Ben De Vries is the chef-owner of Luella, where he dishes up modern California food. De Vries opened Luella with his wife Rachel Lewis de Vries seven years ago, and the restaurant is celebrating this milestone anniversary with weekly promotions: Tuesday is half price bottles of wine (all bottles, all night) and on Wednesday, Chef De Vries brought back his “seven-year itch” recipes of chicken & ribs with flaky buttermilk biscuits. De Vries and his kitchen crew make their own hot sauce, mayonnaise, mustard, pickles and potato chips, and Luella is launching a takeaway prepared three-course meal that can be picked up curbside—a service that is a potential draw for anyone who has sweated over finding a parking spot anytime in Russian Hill.
De Vries worked locally at Thirsty Bear Brewing Company, LuLu, Scala’s, Vertigo, mc2 and Andalu before opening Luella with his wife Rachel. In 2009, Michael Bauer awarded Luella two and a half stars, and 7x7 and Gayot have served up praise throughout the years. Chef De Vries is age 41, which he claims makes him "age 201 in kitchen years." He lives with his family in the Mission Dolores neighborhood.
Bay Area Bites interviewed Chef De Vries in person and via email. His responses have been edited for length and clarity.
What’s new at the restaurant?
I’ve been very into Americana and southern cooking: everything from a bone marrow hamburger to fried chicken and ribs. I’ve also been working with packaging a lot and am developing sustainable fresh prepared meals.
Luella in a bag will be a three-course meal with some extra goodies. We take care of the difficult part, and the food is prepped and ready for the customer. The first meal will be short rib lasagna with salad. The feel of the meal is the quality you get in the restaurant and each dish is made to order. You’ll get the technique of restaurant food to your house.
There are a lot of times you don’t feel like going out. I noticed that when my wife was stopping by the restaurant to pick up food for dinner up to three times a week. I thought, “Okay, that’s a good sign.”
You make and bottle a hot sauce called La Venganza but are from the Midwest. How did that come about?
Spicy heat was definitely not a part of my meals growing up. As a gabacho in the kitchen, many of the cooks would make fun of me when I’d go to try the salsa they made for staff meal. It made me want to learn to make and eat salsa, and habañero became my go-to pepper. I knew I was onto something when the Yucatán guys in the kitchen couldn’t even finish or eat my hot sauce. I got to declare: “I win!” with a fist pump and my hands up.
I don’t wear a gloves or mask when we make the sauce, but they do. I guess I’m used to the heat by now. We have to finish making the habañero hot sauce before 2 p.m. Otherwise, the chili and heat stay in the air for too long. If we go past 2 p.m., I have to call my partner Leah Lidsky and tell her because she won’t come in until 4:30, to let the air clear out.
How is producing Luella in a bag similar to cooking at the restaurant?
Our label says “never touched by a machine,” and our prepared foods are still made by hand. I’m a big believer in the idea that the cook does more than just chop and cook. There’s that kitchen joke we use while cooking, and that’s, “It’s all about the love, baby.” Everything we start with is super fresh. We make it easy for people who have less time to grab something real fast on their way home. The menu will change every week and it’s all made to order. We’re not just setting up 30 orders of mac and cheese in the fridge.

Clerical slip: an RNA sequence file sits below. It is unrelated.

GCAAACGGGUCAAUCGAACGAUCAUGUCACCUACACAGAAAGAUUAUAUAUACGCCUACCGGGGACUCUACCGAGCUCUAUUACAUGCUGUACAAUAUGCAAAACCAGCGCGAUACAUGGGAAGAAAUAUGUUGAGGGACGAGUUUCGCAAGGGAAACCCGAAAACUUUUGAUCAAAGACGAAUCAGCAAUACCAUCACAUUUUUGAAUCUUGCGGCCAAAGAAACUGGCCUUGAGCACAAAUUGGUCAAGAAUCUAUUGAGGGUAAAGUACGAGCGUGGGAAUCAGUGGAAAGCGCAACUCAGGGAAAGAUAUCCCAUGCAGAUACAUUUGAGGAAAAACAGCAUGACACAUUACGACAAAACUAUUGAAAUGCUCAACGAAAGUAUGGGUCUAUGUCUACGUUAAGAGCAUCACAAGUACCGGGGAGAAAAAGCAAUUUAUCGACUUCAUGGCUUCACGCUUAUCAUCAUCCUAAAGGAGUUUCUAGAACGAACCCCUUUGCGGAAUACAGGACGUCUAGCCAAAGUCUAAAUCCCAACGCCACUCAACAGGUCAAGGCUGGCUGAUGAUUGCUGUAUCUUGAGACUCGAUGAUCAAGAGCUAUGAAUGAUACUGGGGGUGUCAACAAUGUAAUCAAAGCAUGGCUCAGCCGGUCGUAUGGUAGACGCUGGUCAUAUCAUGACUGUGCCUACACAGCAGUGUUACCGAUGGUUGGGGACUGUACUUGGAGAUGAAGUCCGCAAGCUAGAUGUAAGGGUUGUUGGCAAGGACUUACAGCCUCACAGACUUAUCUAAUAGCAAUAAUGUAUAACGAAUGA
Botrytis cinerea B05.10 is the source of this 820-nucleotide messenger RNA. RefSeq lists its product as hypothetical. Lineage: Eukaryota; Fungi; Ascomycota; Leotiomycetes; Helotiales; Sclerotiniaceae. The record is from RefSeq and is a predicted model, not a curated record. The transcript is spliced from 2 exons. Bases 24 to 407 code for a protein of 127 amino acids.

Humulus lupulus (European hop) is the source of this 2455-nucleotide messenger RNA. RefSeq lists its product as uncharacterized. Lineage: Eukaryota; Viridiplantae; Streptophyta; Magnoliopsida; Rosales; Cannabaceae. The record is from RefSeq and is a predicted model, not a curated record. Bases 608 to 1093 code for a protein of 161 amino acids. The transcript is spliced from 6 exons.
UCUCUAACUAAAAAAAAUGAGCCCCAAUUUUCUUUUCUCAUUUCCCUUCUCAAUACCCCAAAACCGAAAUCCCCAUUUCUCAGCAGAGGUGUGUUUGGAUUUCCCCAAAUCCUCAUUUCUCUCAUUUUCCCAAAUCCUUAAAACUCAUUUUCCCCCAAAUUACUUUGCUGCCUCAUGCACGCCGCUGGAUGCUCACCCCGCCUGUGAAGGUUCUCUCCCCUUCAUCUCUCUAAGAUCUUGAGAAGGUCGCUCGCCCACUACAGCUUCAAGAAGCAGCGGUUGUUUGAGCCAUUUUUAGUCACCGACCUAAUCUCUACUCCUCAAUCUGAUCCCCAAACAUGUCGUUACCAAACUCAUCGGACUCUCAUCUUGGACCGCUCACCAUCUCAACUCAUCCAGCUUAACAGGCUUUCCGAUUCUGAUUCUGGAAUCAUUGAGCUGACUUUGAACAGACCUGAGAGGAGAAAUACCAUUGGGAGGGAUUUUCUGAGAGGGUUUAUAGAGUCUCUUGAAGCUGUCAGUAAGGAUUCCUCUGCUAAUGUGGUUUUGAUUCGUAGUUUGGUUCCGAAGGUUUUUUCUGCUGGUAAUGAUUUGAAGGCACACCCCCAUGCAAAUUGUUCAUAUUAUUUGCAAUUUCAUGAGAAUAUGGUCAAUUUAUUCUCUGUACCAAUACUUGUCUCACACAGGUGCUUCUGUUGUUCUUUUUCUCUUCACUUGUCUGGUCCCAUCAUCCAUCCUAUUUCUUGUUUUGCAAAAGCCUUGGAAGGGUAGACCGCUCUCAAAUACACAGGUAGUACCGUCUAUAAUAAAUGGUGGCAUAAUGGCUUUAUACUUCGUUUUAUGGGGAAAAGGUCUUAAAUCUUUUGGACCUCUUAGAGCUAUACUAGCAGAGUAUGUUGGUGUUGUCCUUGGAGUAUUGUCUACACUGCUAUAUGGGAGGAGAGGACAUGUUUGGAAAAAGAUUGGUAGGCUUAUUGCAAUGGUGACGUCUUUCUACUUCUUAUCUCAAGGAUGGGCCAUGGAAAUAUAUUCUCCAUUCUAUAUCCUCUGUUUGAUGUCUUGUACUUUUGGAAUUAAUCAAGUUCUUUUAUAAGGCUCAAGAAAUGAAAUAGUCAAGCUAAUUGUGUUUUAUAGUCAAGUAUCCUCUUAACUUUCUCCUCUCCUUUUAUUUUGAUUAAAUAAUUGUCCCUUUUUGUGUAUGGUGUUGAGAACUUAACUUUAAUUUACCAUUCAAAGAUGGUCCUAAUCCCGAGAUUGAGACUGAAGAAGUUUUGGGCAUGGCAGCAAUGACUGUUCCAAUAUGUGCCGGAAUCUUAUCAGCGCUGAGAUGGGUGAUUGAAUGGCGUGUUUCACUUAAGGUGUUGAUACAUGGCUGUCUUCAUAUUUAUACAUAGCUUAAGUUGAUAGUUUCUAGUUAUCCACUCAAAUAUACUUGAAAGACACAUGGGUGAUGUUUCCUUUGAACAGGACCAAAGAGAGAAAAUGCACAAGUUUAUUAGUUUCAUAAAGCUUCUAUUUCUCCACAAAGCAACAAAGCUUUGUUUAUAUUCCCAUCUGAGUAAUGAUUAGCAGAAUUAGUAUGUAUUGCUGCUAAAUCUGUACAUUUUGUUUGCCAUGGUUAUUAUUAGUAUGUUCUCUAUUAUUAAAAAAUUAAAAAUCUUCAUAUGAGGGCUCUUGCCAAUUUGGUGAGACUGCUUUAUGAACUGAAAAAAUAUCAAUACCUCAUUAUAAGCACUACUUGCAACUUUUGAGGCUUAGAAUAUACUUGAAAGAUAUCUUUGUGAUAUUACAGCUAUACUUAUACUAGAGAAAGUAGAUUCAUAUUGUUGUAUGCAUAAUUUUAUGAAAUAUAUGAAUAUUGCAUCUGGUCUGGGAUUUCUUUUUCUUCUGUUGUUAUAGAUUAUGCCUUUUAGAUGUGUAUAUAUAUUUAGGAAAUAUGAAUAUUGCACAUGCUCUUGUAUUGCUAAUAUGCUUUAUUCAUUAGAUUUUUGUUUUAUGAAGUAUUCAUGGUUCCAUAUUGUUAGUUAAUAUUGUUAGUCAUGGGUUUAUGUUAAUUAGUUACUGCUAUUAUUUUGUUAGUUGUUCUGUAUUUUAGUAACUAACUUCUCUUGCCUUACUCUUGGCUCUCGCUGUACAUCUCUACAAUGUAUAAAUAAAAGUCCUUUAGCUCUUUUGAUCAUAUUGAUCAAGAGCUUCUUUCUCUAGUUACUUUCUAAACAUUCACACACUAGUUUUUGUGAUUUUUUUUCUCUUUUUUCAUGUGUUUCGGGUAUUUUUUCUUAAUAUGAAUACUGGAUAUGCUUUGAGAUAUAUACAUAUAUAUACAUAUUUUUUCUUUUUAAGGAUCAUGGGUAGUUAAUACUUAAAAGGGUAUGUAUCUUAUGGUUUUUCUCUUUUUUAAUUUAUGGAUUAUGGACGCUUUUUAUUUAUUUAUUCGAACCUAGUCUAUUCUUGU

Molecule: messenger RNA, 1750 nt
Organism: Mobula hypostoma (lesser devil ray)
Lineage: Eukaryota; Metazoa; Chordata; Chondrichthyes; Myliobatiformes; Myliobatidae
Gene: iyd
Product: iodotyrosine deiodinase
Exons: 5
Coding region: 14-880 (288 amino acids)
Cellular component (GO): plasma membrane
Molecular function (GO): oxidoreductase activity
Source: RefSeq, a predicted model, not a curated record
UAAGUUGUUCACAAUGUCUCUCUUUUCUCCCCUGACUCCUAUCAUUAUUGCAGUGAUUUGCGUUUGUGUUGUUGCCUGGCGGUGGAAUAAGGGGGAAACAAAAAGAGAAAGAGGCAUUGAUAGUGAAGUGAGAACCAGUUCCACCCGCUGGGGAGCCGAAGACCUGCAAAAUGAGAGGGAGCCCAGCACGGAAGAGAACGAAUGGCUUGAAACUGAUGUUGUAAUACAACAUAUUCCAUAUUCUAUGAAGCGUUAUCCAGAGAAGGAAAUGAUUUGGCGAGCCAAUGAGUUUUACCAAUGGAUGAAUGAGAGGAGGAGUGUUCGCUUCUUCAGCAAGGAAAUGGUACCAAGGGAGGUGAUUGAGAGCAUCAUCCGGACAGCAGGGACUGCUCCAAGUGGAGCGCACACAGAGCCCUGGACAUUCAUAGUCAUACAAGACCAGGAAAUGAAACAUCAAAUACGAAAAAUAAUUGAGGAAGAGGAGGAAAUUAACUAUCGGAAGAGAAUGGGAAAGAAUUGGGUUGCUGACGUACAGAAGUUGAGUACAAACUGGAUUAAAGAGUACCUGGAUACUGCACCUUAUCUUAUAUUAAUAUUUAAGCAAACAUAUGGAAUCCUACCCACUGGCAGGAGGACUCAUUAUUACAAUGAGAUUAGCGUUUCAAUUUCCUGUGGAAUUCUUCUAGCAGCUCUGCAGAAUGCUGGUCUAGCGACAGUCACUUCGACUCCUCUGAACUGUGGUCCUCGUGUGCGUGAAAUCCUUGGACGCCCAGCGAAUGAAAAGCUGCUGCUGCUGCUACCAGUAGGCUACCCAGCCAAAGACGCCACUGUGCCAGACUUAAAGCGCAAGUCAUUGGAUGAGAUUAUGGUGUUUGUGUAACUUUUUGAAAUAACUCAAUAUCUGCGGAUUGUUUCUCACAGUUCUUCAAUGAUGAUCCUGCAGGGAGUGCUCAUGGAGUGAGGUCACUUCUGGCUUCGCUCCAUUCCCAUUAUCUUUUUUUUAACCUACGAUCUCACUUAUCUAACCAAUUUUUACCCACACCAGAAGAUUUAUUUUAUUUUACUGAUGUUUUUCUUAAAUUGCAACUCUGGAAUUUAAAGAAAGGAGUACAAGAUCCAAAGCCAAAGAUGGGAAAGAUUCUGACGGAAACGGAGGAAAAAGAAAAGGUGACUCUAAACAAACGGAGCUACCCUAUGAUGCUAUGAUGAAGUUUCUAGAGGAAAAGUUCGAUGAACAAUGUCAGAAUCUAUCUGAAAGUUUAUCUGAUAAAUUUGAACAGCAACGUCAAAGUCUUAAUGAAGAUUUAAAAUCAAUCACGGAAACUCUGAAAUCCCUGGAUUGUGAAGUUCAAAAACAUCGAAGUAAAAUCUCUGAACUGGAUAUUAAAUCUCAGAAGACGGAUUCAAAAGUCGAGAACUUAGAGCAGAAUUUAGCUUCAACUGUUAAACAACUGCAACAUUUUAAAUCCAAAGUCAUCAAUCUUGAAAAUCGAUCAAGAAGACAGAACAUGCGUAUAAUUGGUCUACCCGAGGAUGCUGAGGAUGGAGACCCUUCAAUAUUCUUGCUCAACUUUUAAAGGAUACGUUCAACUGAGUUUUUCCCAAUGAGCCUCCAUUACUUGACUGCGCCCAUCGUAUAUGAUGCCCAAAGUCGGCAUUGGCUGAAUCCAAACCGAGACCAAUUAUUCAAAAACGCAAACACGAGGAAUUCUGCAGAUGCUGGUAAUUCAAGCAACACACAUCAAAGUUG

As a child in the seventies, I ate a lot of Hungry Man meals, Kraft mac n’ cheese, Chef Boyardee and fast food. One of the main reasons I started cooking was because the only way we could eat a fresh meal was to cook it. My mom was working full time and going to school, and the last thing she had time for was cooking. For a long time, I looked down at the ‘prepared foods’ world, and saw it as a short cut that reduced the quality of our food. Then I had a child and my wife eventually went back to work. Let’s just say it changed my perspective. But the quality of prepared and packaged food is for the most part terrible. Frozen food and food off an assembly line just don’t do it! I’m a big believer that the hands of a cook should infuse the food with love. How can that ever happen when human hands have never touched the food?
How did you and your wife Rachel meet?
My first day in San Francisco, I flew into town on New Years Day to visit a friend who was the chef at Café Marimba. Within an hour of getting off the plane I had a job offer to cook at LuLu, a place to stay and had met my future wife, who was the manager. We’ve been married for sixteen years and have a nine-year old daughter, Gemma.
Does Gemma like to cook?
She likes to do butchery, and helps me break down pigs, and filet salmon. Her personal favorite is making beurre blanc sauce. She spends a lot of time during the summer in the kitchen peeling potatoes, rolling pasta and everything in between!
What are your favorite spots for food & drink in the Bay Area?
PPQ for pho. I usually do the five-spice chicken. It’s a Monday night tradition with the family and makes the world seem a little better.
Pauline’s has the best pizza in town! I’ve been going there since the late 90s. They were doing pizza before it was trendy and it’s a block from my house. I like that they use the freshest ingredients and have the lightest dough.
Pizzeria Picco has decent pizza, great appetizers, and sitting outside in Marin feels very sane.
What is your guiltiest food pleasure?
Cheese steaks! It’s incredibly hard to find a good cheese steak out west. But the Cheese Steak Shop does one that’s just greasy enough to feel like you're back east. Double up on the meat and cheese, add hot peppers and I’m pretty close to heaven! I only go after I’ve worked out for two hours… less then that and I feel too guilty.